Here was this shimmering white wonderland. A place a child might draw. A place that belongs in dreams. A place at the final frontier of the imagination. No David Attenborough documentary prepares you for the reality of it: Antarctica is unlike anywhere you have ever been or are ever likely to go again. Here, wildlife rules and humans are merely passing through. Unlike in the Arctic, there is no development: no hotels or restaurants, no roads or railways, no signs of civilization bar the odd research station. Nature is free to run riot.

Isn’t that a rare and precious thing?

Tourists photographing Gentoo Penguins on the Antarctic Peninsula © Getty Images/iStock

Though I have visited the Arctic many times, I have been to Antarctica but once. Yet that first image burned deep into my retina. As did the ones that followed: 15,000 gentoo penguins honking like party horns and sledding headfirst down icy slopes on Cuverville Island, sailing through the narrow, sheer-sided Lemaire Channel (so crazily gorgeous it's called “Kodak Gap”), taking a Zodiac spin past icebergs as big as castles, landing on the continent proper in Neko Harbor in the frozen hush of morning, with glaciers calving and booming, being outnumbered by whales in Wilhelmina Bay.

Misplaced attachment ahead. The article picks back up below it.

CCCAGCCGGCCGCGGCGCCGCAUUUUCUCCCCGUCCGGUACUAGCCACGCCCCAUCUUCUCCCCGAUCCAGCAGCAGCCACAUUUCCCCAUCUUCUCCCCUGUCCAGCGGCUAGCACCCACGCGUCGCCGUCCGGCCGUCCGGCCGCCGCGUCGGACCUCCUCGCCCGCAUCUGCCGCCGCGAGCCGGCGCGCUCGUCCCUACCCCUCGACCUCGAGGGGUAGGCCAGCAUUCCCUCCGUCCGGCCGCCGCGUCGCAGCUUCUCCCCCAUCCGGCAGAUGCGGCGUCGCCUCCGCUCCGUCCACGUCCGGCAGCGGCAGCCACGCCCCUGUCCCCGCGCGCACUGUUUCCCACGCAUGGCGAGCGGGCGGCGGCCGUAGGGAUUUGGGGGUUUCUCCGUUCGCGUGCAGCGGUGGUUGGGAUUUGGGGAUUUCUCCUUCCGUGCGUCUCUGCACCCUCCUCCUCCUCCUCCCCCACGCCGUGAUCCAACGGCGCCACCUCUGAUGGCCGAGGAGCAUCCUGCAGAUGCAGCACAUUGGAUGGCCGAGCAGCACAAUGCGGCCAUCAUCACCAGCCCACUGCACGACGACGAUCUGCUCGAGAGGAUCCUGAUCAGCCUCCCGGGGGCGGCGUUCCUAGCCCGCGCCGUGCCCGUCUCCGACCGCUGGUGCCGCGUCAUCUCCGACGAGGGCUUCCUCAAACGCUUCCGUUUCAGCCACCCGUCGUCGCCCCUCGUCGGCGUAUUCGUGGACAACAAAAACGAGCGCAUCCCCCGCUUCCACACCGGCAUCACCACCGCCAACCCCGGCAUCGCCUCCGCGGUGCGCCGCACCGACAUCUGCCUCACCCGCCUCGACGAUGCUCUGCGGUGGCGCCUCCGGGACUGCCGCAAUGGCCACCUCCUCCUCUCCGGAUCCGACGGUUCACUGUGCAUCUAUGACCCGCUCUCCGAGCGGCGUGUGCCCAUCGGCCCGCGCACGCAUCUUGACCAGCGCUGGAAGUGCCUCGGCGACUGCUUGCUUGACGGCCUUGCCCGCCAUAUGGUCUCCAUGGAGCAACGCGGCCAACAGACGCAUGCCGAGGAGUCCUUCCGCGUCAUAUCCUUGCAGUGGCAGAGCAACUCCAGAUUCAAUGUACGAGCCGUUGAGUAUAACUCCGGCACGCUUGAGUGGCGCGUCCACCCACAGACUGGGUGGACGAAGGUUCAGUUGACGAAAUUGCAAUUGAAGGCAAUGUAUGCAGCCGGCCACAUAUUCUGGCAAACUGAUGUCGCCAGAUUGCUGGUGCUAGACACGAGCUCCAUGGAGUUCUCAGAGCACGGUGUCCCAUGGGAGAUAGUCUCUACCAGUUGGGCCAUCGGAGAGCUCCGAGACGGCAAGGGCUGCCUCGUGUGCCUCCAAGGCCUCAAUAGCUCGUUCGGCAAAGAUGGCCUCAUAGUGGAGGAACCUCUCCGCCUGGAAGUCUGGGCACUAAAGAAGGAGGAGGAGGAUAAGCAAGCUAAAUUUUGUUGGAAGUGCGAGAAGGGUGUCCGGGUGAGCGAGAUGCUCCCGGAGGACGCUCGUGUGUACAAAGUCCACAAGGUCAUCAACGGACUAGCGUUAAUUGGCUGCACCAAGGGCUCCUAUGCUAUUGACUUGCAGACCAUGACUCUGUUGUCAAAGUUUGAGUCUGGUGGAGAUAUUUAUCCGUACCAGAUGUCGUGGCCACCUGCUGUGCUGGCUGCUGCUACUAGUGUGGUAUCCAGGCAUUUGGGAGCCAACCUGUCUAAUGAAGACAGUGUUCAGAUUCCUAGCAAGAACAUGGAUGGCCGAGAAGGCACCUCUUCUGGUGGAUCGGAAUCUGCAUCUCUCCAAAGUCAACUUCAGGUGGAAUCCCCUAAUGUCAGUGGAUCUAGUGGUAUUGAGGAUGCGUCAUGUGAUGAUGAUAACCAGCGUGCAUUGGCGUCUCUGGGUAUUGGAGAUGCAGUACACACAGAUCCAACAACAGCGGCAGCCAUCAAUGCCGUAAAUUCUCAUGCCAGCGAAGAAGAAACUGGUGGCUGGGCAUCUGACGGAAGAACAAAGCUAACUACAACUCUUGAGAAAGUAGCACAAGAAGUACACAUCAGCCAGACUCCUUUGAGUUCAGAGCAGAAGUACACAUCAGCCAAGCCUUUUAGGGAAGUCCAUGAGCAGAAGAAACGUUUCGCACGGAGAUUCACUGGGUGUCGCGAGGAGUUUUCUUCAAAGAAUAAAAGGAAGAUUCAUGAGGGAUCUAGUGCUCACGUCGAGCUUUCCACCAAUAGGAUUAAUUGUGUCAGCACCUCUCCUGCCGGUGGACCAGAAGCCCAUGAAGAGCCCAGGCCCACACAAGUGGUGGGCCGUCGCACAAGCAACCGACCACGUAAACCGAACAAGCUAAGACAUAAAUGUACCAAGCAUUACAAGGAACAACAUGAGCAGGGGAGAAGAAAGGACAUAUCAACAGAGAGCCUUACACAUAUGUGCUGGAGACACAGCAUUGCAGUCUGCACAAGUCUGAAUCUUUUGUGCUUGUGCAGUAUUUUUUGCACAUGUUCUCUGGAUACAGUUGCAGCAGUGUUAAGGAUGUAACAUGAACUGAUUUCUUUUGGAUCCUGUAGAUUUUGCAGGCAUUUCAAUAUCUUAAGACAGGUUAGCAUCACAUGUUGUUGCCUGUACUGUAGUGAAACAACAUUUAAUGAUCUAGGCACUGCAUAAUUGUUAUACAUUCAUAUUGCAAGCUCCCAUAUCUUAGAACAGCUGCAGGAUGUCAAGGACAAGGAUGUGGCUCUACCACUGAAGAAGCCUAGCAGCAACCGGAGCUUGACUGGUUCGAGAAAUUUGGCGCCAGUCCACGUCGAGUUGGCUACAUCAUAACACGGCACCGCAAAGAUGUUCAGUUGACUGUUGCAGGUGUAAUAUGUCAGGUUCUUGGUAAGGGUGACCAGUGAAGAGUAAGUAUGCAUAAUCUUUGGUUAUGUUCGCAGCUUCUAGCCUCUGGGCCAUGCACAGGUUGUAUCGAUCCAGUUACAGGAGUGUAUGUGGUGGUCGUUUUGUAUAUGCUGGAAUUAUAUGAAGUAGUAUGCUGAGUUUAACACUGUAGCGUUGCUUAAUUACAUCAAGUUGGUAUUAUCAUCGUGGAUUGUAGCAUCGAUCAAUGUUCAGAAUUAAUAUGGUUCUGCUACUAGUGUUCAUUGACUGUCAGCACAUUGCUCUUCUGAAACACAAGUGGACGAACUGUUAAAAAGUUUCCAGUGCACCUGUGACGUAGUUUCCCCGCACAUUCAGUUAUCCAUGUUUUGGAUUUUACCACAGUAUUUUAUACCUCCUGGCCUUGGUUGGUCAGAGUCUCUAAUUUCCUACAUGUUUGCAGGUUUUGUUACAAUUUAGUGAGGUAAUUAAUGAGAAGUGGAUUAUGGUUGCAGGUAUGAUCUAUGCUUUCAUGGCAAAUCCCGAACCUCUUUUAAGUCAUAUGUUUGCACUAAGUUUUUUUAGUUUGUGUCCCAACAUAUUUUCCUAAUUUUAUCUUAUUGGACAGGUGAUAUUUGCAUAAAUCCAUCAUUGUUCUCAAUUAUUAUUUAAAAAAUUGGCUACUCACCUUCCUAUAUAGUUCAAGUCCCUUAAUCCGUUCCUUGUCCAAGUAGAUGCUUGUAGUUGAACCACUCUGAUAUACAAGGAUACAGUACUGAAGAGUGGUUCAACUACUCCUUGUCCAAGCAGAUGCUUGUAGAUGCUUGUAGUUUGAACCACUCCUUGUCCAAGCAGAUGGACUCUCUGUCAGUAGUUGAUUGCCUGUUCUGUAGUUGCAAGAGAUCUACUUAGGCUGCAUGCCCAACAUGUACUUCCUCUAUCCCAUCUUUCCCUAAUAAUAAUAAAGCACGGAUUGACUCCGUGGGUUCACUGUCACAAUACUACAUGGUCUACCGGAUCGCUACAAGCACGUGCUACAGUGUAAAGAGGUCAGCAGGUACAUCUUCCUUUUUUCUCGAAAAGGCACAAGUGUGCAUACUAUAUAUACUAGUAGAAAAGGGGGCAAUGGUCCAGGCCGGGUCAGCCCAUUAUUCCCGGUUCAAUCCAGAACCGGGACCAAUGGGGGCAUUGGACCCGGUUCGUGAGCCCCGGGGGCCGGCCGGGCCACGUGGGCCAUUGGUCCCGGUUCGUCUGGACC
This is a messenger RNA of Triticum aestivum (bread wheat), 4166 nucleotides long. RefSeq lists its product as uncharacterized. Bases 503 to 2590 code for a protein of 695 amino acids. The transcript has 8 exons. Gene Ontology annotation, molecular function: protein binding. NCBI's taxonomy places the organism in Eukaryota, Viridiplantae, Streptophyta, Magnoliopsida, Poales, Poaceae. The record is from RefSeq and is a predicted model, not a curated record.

Look, there’s no doubt the Arctic is magical, with its snowy landscapes and adventures like dogsledding, snowmobiling, gazing up to night skies raving with the northern lights. And it certainly wins the contest for the cheaper and easier-to-access place to visit. But it can never rival Antarctica for the surreal feeling of being dropped in a world you never realized existed. It can never match Antarctica for big, in-your-face beauty. In the Arctic, you are lucky if you see wildlife – you might see reindeer, but polar bears are famously elusive. In Antarctica, wildlife is just everywhere, having a ball.

Antarctic tourists watch a leopard seal very closely from the Zodiac on an ice floe in Cierva Cove © Getty Images/iStock

When you make the voyage to Antarctica on an icebreaker, it’s an effort and an investment. You need two days to get there by expedition ship from the southernmost tip of Argentina, Ushuaia. It’s physically demanding: the bone-chilling cold, the journey, the pill-popping for seasickness. It’s expensive: a 10-night expedition in a shared cabin will typically set you back around £6000 (excluding getting all the way to South America in the first place). But trust me: it is worth every single penny. You’ll probably only go to Antarctica once. But it will stay with you forever.